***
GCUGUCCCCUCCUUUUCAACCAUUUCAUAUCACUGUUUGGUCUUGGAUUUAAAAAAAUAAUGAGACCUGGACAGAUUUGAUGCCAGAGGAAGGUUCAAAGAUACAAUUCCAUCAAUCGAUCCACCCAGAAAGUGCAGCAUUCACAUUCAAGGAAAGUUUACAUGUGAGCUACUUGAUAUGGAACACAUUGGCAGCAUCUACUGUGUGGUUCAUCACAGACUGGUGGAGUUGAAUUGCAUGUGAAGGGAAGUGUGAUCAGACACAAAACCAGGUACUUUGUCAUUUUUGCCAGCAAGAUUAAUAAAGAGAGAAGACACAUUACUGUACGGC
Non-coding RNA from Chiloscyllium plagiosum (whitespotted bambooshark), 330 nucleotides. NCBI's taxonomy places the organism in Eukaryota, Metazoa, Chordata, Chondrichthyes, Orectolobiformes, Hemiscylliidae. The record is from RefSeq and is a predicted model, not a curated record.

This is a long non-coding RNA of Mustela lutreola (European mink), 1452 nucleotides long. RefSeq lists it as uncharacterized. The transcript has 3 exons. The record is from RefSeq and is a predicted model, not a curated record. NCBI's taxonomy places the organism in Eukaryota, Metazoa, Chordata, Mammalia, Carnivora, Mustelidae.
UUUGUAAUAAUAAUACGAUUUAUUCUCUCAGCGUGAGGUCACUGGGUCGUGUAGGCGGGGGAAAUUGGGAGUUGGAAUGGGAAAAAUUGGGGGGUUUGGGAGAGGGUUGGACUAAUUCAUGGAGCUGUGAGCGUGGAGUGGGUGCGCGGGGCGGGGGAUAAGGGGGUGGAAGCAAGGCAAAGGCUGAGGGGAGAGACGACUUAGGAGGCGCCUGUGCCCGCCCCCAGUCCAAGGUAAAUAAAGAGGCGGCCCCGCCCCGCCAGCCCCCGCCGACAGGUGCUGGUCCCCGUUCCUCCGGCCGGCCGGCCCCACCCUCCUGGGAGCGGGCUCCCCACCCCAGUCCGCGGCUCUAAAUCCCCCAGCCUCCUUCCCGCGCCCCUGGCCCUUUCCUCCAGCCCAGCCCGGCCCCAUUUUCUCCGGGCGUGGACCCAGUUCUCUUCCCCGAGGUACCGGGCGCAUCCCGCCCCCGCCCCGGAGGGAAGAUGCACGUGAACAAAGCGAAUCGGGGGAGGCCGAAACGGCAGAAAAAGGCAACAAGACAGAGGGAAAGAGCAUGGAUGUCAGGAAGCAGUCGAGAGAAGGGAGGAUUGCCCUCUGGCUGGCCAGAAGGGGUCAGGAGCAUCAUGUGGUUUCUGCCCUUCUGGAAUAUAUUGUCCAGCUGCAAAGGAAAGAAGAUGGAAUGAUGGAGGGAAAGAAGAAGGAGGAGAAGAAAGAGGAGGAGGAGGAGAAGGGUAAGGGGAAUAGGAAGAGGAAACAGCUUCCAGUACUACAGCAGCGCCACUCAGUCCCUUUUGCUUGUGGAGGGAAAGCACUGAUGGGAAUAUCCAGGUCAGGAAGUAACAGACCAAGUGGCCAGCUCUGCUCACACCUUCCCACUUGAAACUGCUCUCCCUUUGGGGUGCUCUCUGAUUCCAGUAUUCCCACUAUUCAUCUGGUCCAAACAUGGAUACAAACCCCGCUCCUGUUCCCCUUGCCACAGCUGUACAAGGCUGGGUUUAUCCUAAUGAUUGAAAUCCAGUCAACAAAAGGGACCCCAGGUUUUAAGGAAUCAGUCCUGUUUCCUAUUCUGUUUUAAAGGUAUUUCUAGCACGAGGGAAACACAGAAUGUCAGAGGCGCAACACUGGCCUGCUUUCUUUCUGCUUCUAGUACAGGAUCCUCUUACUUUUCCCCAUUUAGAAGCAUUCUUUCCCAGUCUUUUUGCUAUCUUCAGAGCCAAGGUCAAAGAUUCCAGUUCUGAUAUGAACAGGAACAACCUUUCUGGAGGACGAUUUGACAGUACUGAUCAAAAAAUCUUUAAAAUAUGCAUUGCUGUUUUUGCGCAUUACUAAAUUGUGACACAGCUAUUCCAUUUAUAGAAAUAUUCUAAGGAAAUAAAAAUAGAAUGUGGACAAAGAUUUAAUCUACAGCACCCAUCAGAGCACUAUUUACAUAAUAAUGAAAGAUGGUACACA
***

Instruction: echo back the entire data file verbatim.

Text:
GCUGUCCCCUCCUUUUCAACCAUUUCAUAUCACUGUUUGGUCUUGGAUUUAAAAAAAUAAUGAGACCUGGACAGAUUUGAUGCCAGAGGAAGGUUCAAAGAUACAAUUCCAUCAAUCGAUCCACCCAGAAAGUGCAGCAUUCACAUUCAAGGAAAGUUUACAUGUGAGCUACUUGAUAUGGAACACAUUGGCAGCAUCUACUGUGUGGUUCAUCACAGACUGGUGGAGUUGAAUUGCAUGUGAAGGGAAGUGUGAUCAGACACAAAACCAGGUACUUUGUCAUUUUUGCCAGCAAGAUUAAUAAAGAGAGAAGACACAUUACUGUACGGC
Non-coding RNA from Chiloscyllium plagiosum (whitespotted bambooshark), 330 nucleotides. NCBI's taxonomy places the organism in Eukaryota, Metazoa, Chordata, Chondrichthyes, Orectolobiformes, Hemiscylliidae. The record is from RefSeq and is a predicted model, not a curated record.

This is a long non-coding RNA of Mustela lutreola (European mink), 1452 nucleotides long. RefSeq lists it as uncharacterized. The transcript has 3 exons. The record is from RefSeq and is a predicted model, not a curated record. NCBI's taxonomy places the organism in Eukaryota, Metazoa, Chordata, Mammalia, Carnivora, Mustelidae.
UUUGUAAUAAUAAUACGAUUUAUUCUCUCAGCGUGAGGUCACUGGGUCGUGUAGGCGGGGGAAAUUGGGAGUUGGAAUGGGAAAAAUUGGGGGGUUUGGGAGAGGGUUGGACUAAUUCAUGGAGCUGUGAGCGUGGAGUGGGUGCGCGGGGCGGGGGAUAAGGGGGUGGAAGCAAGGCAAAGGCUGAGGGGAGAGACGACUUAGGAGGCGCCUGUGCCCGCCCCCAGUCCAAGGUAAAUAAAGAGGCGGCCCCGCCCCGCCAGCCCCCGCCGACAGGUGCUGGUCCCCGUUCCUCCGGCCGGCCGGCCCCACCCUCCUGGGAGCGGGCUCCCCACCCCAGUCCGCGGCUCUAAAUCCCCCAGCCUCCUUCCCGCGCCCCUGGCCCUUUCCUCCAGCCCAGCCCGGCCCCAUUUUCUCCGGGCGUGGACCCAGUUCUCUUCCCCGAGGUACCGGGCGCAUCCCGCCCCCGCCCCGGAGGGAAGAUGCACGUGAACAAAGCGAAUCGGGGGAGGCCGAAACGGCAGAAAAAGGCAACAAGACAGAGGGAAAGAGCAUGGAUGUCAGGAAGCAGUCGAGAGAAGGGAGGAUUGCCCUCUGGCUGGCCAGAAGGGGUCAGGAGCAUCAUGUGGUUUCUGCCCUUCUGGAAUAUAUUGUCCAGCUGCAAAGGAAAGAAGAUGGAAUGAUGGAGGGAAAGAAGAAGGAGGAGAAGAAAGAGGAGGAGGAGGAGAAGGGUAAGGGGAAUAGGAAGAGGAAACAGCUUCCAGUACUACAGCAGCGCCACUCAGUCCCUUUUGCUUGUGGAGGGAAAGCACUGAUGGGAAUAUCCAGGUCAGGAAGUAACAGACCAAGUGGCCAGCUCUGCUCACACCUUCCCACUUGAAACUGCUCUCCCUUUGGGGUGCUCUCUGAUUCCAGUAUUCCCACUAUUCAUCUGGUCCAAACAUGGAUACAAACCCCGCUCCUGUUCCCCUUGCCACAGCUGUACAAGGCUGGGUUUAUCCUAAUGAUUGAAAUCCAGUCAACAAAAGGGACCCCAGGUUUUAAGGAAUCAGUCCUGUUUCCUAUUCUGUUUUAAAGGUAUUUCUAGCACGAGGGAAACACAGAAUGUCAGAGGCGCAACACUGGCCUGCUUUCUUUCUGCUUCUAGUACAGGAUCCUCUUACUUUUCCCCAUUUAGAAGCAUUCUUUCCCAGUCUUUUUGCUAUCUUCAGAGCCAAGGUCAAAGAUUCCAGUUCUGAUAUGAACAGGAACAACCUUUCUGGAGGACGAUUUGACAGUACUGAUCAAAAAAUCUUUAAAAUAUGCAUUGCUGUUUUUGCGCAUUACUAAAUUGUGACACAGCUAUUCCAUUUAUAGAAAUAUUCUAAGGAAAUAAAAAUAGAAUGUGGACAAAGAUUUAAUCUACAGCACCCAUCAGAGCACUAUUUACAUAAUAAUGAAAGAUGGUACACA